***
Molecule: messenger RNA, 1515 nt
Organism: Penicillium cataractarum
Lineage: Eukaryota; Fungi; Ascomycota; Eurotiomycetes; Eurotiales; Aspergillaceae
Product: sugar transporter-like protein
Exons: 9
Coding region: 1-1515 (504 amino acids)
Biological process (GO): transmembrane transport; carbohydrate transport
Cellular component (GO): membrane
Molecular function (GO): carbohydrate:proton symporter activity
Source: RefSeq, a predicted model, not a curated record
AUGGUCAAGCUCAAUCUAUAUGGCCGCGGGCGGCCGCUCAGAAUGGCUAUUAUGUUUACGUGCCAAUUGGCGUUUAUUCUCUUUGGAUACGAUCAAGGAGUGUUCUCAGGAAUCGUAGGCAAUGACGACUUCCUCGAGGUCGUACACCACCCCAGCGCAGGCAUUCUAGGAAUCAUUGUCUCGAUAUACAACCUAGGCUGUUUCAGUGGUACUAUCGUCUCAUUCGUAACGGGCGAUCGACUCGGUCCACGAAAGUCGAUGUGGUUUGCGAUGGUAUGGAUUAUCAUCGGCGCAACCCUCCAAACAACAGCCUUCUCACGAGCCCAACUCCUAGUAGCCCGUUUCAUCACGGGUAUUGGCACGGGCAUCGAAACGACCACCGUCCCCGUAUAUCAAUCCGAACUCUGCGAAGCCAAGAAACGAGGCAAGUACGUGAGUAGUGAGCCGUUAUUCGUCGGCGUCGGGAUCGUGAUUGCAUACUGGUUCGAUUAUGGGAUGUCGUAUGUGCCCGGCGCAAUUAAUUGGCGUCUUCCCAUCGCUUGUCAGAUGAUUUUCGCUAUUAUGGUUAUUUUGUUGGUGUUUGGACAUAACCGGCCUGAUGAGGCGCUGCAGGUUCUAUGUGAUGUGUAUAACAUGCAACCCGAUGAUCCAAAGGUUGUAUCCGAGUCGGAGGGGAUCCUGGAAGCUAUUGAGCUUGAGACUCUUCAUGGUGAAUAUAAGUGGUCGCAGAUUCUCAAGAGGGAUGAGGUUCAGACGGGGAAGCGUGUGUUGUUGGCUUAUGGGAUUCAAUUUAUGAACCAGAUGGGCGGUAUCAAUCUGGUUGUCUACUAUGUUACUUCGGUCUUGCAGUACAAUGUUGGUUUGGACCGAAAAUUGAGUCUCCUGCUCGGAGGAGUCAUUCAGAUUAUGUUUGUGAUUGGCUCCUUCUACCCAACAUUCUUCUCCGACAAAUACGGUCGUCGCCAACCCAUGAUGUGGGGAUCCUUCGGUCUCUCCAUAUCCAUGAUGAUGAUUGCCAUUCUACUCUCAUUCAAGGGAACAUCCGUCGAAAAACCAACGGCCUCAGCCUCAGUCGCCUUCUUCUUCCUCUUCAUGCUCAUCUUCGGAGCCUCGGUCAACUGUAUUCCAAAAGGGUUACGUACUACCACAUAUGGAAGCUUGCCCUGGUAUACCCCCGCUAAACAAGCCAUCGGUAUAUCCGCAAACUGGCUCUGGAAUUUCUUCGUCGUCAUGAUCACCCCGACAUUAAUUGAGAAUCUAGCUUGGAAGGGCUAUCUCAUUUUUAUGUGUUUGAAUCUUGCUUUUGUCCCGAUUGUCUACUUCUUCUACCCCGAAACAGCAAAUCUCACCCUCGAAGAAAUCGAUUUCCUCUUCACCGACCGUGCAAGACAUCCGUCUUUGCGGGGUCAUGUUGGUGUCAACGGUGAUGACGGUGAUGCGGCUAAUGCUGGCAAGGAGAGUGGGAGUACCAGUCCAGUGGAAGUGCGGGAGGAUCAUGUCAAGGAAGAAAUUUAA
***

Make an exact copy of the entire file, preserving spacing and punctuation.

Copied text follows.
Molecule: messenger RNA, 1515 nt
Organism: Penicillium cataractarum
Lineage: Eukaryota; Fungi; Ascomycota; Eurotiomycetes; Eurotiales; Aspergillaceae
Product: sugar transporter-like protein
Exons: 9
Coding region: 1-1515 (504 amino acids)
Biological process (GO): transmembrane transport; carbohydrate transport
Cellular component (GO): membrane
Molecular function (GO): carbohydrate:proton symporter activity
Source: RefSeq, a predicted model, not a curated record
AUGGUCAAGCUCAAUCUAUAUGGCCGCGGGCGGCCGCUCAGAAUGGCUAUUAUGUUUACGUGCCAAUUGGCGUUUAUUCUCUUUGGAUACGAUCAAGGAGUGUUCUCAGGAAUCGUAGGCAAUGACGACUUCCUCGAGGUCGUACACCACCCCAGCGCAGGCAUUCUAGGAAUCAUUGUCUCGAUAUACAACCUAGGCUGUUUCAGUGGUACUAUCGUCUCAUUCGUAACGGGCGAUCGACUCGGUCCACGAAAGUCGAUGUGGUUUGCGAUGGUAUGGAUUAUCAUCGGCGCAACCCUCCAAACAACAGCCUUCUCACGAGCCCAACUCCUAGUAGCCCGUUUCAUCACGGGUAUUGGCACGGGCAUCGAAACGACCACCGUCCCCGUAUAUCAAUCCGAACUCUGCGAAGCCAAGAAACGAGGCAAGUACGUGAGUAGUGAGCCGUUAUUCGUCGGCGUCGGGAUCGUGAUUGCAUACUGGUUCGAUUAUGGGAUGUCGUAUGUGCCCGGCGCAAUUAAUUGGCGUCUUCCCAUCGCUUGUCAGAUGAUUUUCGCUAUUAUGGUUAUUUUGUUGGUGUUUGGACAUAACCGGCCUGAUGAGGCGCUGCAGGUUCUAUGUGAUGUGUAUAACAUGCAACCCGAUGAUCCAAAGGUUGUAUCCGAGUCGGAGGGGAUCCUGGAAGCUAUUGAGCUUGAGACUCUUCAUGGUGAAUAUAAGUGGUCGCAGAUUCUCAAGAGGGAUGAGGUUCAGACGGGGAAGCGUGUGUUGUUGGCUUAUGGGAUUCAAUUUAUGAACCAGAUGGGCGGUAUCAAUCUGGUUGUCUACUAUGUUACUUCGGUCUUGCAGUACAAUGUUGGUUUGGACCGAAAAUUGAGUCUCCUGCUCGGAGGAGUCAUUCAGAUUAUGUUUGUGAUUGGCUCCUUCUACCCAACAUUCUUCUCCGACAAAUACGGUCGUCGCCAACCCAUGAUGUGGGGAUCCUUCGGUCUCUCCAUAUCCAUGAUGAUGAUUGCCAUUCUACUCUCAUUCAAGGGAACAUCCGUCGAAAAACCAACGGCCUCAGCCUCAGUCGCCUUCUUCUUCCUCUUCAUGCUCAUCUUCGGAGCCUCGGUCAACUGUAUUCCAAAAGGGUUACGUACUACCACAUAUGGAAGCUUGCCCUGGUAUACCCCCGCUAAACAAGCCAUCGGUAUAUCCGCAAACUGGCUCUGGAAUUUCUUCGUCGUCAUGAUCACCCCGACAUUAAUUGAGAAUCUAGCUUGGAAGGGCUAUCUCAUUUUUAUGUGUUUGAAUCUUGCUUUUGUCCCGAUUGUCUACUUCUUCUACCCCGAAACAGCAAAUCUCACCCUCGAAGAAAUCGAUUUCCUCUUCACCGACCGUGCAAGACAUCCGUCUUUGCGGGGUCAUGUUGGUGUCAACGGUGAUGACGGUGAUGCGGCUAAUGCUGGCAAGGAGAGUGGGAGUACCAGUCCAGUGGAAGUGCGGGAGGAUCAUGUCAAGGAAGAAAUUUAA